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Are more taxes the answer to cuts?

Date: 2/2/2009

By G. Michael Dobbs

Managing Editor

And now the screaming starts.

And the back room lobbying efforts begin.

And a parade of members of the Legislature who want to voice their views, however politically motivated they may be, will begin lining up.

The release of Gov. Deval Patrick's budget for FY10 comes along with his announcement of 9C mid-year FY09 cuts and delivers a one-two punch to cities and towns.

It delivers a challenge to the Legislature to do several things that could help the state as well. Patrick would like to see the long-standing tax break given to telecommunications companies on their telephone poles to be eliminated. Many other states have done so, but the Legislature has dragged its feet on this one.

He wants to give cities and towns the chance to raise local revenue with additional meal and hotel room taxes. If it is passed by the Legislature not one municipality would have to enact it. It's just a tool in their kit.

That measure has already been criticized. The following is from a press release I received last week:

"'This proposal singles out restaurants at a time when they can least afford it!' said Peter Christie, CEO of the Massachusetts Restaurant Association.

"The Governor's proposal would raise the Massachusetts sales tax for restaurant meals to six percent and also allow cities and towns to impose a new one percent local option meals tax. This controversial proposal takes more dollars from residents striving to make ends meet. It taxes them on the very food that they eat as more and more people eat out, not as a luxury, but as a lifestyle necessity."

"Lifestyle necessity?" Give me a break.

Patrick has also proposed broadening the bottle bill. From a state press release: "Consumers will be required to pay an additional $0.05 cents on water, flavored waters, iced teas, coffee based drinks and sports drinks. With the additional revenue generated through this change, funds will be dedicated to Department of Environmental Protection recycling and solid waste management programs at $5 million, a 46 percent increase in funding from fiscal year 2009. Additionally, $10 million is provided for the Massachusetts Water and Sewer Rate Relief Fund, which allocates rate reductions to communities and residents served by the Massachusetts Water Resources Authority."

I can't see an expanded bottle bill as being controversial, but I'm sure some people will be horrified. It would help clean up the landscape by making the ubiquitous water bottle worth something.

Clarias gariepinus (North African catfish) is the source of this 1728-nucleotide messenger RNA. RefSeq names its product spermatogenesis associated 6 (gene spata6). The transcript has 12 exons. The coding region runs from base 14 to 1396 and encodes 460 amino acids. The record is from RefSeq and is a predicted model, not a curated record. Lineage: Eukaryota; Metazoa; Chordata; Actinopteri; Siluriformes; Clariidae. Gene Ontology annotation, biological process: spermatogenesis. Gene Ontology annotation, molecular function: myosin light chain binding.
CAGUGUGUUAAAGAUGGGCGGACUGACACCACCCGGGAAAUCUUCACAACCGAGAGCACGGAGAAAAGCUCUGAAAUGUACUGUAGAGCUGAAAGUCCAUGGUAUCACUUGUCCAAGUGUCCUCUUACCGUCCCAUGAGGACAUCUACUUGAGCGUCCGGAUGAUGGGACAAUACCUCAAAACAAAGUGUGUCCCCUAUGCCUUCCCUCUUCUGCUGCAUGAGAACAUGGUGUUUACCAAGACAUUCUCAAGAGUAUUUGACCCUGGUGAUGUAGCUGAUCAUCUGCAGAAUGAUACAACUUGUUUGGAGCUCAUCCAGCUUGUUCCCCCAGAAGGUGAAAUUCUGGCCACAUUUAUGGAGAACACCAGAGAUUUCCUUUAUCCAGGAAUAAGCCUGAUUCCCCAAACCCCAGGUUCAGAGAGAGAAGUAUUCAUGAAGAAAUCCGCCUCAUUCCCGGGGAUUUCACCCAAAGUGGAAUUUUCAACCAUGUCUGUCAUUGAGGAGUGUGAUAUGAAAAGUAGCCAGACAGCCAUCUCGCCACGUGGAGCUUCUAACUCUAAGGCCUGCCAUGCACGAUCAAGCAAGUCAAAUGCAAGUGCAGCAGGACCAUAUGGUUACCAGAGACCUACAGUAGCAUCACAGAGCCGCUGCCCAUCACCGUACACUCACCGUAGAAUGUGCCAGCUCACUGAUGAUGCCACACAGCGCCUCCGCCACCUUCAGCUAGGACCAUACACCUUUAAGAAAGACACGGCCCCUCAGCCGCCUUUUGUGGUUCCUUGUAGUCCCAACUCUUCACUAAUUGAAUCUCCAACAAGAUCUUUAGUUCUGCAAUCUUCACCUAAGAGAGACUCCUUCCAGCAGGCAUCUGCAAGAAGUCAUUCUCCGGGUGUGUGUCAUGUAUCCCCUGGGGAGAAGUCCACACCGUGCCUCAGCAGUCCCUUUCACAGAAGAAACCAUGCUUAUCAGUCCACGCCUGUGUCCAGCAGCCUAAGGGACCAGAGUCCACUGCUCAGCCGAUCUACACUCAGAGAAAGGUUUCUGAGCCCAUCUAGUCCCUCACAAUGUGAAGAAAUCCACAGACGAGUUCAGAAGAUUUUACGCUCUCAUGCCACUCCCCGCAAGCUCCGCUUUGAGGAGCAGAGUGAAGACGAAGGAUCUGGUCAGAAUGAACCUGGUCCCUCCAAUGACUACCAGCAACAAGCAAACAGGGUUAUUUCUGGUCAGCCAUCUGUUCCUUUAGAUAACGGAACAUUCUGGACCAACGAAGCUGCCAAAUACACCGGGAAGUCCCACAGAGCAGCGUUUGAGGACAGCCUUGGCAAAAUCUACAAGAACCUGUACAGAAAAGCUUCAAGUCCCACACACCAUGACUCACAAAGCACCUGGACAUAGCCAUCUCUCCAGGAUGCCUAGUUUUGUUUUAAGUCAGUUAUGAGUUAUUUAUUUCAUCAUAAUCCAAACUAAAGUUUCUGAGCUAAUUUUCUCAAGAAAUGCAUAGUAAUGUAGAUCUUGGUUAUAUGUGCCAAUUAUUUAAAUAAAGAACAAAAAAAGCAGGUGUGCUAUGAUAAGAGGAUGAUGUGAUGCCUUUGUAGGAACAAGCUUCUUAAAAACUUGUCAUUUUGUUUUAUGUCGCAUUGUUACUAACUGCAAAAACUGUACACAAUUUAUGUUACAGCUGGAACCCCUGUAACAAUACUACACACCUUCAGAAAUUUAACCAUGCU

The following proposal might be enough to make children and beer drinkers cry: "The Administration is proposing to eliminate the sales tax exemption on alcohol, candy and sweetened beverages using $25 million from the new proceeds to close the FY09 budget gap."

Is it un-American to pay tax on a Hershey bar? Or a refreshing adult beverage? Egad, sir! I think most people who drink will continue to do so even with a few cents more of tax.

Well, at least this budget didn't have anticipated revenues from non-existent casinos as Patrick's last budget did perhaps one of the most bone-headed things I've seen recently.

Instead of the typical huffing and puffing that goes on at a time like this, I'd like to see members of the Legislature forget about grandstanding and instead focus on the very real issues of what should be funded by state government, how they can be funded and if there are ways to save money. I'd like to see common sense things, such as the telecommunications tax and the bottle bill enacted. I'd like to see people thinking about regional solutions to problems and ways to save money.

For instance, should South Hadley and Granby be separate school districts each with its own superintendent? Couldn't there be some savings to those two towns if they combined their districts?

Are there cooperative efforts the four western counties could undertake that could save them money? Of course, not having a viable country government anymore may make that difficult.

And it would be nice if the state could live up to its obligations. Shouldn't the state reimburse the city of Springfield for the costs of busing students for integration purposes? They owe Springfield millions of dollars.

Perhaps I'm asking for too much, but I can still dream, can't I?

This column represents the opinions of its author. Send your comments to or to 280 N. Main St., E. Longmeadow, Mass. 01028.